The White Stripes

Riding high on the success of their latest album, Elephant, the White Stripes embarked on an ambitious world tour that included two sold-out nights at San Francisco's Warfield Theater.

Riding high on the success of their latest album, Elephant,the White Stripes embarked on an ambitious world tour that included twosold-out nights at San Francisco's Warfield Theater. Consisting of onlyJack White (vocals, guitar and piano) and Meg White (drums and vocals),the band delivered two energetic and frenzied sets that Jack made up onthe spot. Drawing from a modest catalog of albums and EPs, the band hadlittle trouble keeping the crowds entertained.

Monitor engineer Eric Baecht maintains a number of custom mixes atvarious positions onstage. “Jack likes a really loud and powerfulmix. He has three different vocal mics, so he likes to hear everythingall over the stage. There's four mixes onstage, plus sidefills. Peoplejust see two people onstage and they tend to think it's easier than itactually is. His guitar is pretty bass-heavy, so you don't feel you'remissing the bass guitar. It's interesting; lets say if he doesn't feelthe song, he'll just start playing keyboards. It's totally up to hiswhim.”

Drum mics include Neumann KM184s for overheads and hi-hat,Sennheiser 604s on toms and snare, and a ne602 on kick.

FOH engineer Matthew Kettle mixed the San Francisco dates from aYamaha PM4000 console. For this leg of the tour, the crew relies on arental P.A. and consoles. “We're not carrying a console or P.A.right now,” Kettle explains. “I hope to have a Midas XL4 orthe Heritage 3000 down the line.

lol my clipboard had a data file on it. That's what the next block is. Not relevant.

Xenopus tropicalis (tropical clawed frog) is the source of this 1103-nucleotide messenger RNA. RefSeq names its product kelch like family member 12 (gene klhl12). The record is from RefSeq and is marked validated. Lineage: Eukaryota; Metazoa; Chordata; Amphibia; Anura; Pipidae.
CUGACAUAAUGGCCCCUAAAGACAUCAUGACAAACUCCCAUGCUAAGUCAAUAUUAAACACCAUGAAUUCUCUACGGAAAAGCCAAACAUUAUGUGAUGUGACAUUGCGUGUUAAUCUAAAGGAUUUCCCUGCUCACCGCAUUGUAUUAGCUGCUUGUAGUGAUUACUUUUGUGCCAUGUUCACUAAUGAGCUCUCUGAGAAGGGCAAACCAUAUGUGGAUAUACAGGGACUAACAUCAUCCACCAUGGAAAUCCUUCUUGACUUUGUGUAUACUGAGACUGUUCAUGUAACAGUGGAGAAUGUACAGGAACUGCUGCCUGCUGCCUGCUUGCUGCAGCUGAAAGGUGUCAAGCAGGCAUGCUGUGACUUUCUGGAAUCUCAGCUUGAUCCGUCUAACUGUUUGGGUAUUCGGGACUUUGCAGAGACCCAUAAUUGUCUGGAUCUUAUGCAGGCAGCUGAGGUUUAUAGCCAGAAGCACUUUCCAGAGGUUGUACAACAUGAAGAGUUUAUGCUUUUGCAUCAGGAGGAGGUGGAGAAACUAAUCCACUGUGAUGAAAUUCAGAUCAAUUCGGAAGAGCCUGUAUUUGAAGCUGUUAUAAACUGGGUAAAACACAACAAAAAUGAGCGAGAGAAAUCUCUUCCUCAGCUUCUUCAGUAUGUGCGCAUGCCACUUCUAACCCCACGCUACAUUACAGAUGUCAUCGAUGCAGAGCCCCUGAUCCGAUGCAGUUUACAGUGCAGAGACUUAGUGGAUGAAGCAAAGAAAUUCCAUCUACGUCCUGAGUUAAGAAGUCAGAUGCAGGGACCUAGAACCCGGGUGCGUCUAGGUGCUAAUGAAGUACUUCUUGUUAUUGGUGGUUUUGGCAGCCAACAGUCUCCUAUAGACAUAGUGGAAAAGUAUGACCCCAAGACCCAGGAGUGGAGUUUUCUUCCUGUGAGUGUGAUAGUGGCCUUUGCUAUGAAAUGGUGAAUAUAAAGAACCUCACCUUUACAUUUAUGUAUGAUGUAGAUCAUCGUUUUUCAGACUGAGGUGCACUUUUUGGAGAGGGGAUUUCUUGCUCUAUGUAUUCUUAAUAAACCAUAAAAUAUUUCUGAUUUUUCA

“Jack constantly rearranges and restructures songs,”says Kettle. “He does improvised melodies, intersperses coverswith their own material and draws from all four of their albums. Jackhas three open vocal mics that he runs back and forth to. Because it'sso unpredictable, I'm changing the mix all of the time.”

The three vocals mics used by Jack are all Sennheiser Evolution8651s. Kettle feels that the mics are well- suited to Jack's style ofperformance because they combine a great deal of gain before feedbackwith the open sound of a condenser mic. “[Jack] will work out howthe mic works so he can get weird off-axis and distance EQeffects,” Kettle explains. “He's very creative with all ofhis gear, and he'll take the idiosyncrasies of something and takeadvantage of it. He uses an effected mic that he likes to controlonstage. He likes it to have this giant kind of vintage plate sound onit for a cavernous effect.”

Kettle relies on number of outboard processors, including a UREI1178 compressor on guitar and an Empirical Labs Distressors on vocals.“I compress almost everything going on, because he can go fromscreaming into his mic to singing really quietly,” says Kettle.All of the shows are also archived with an iZ Technologies RADAR24.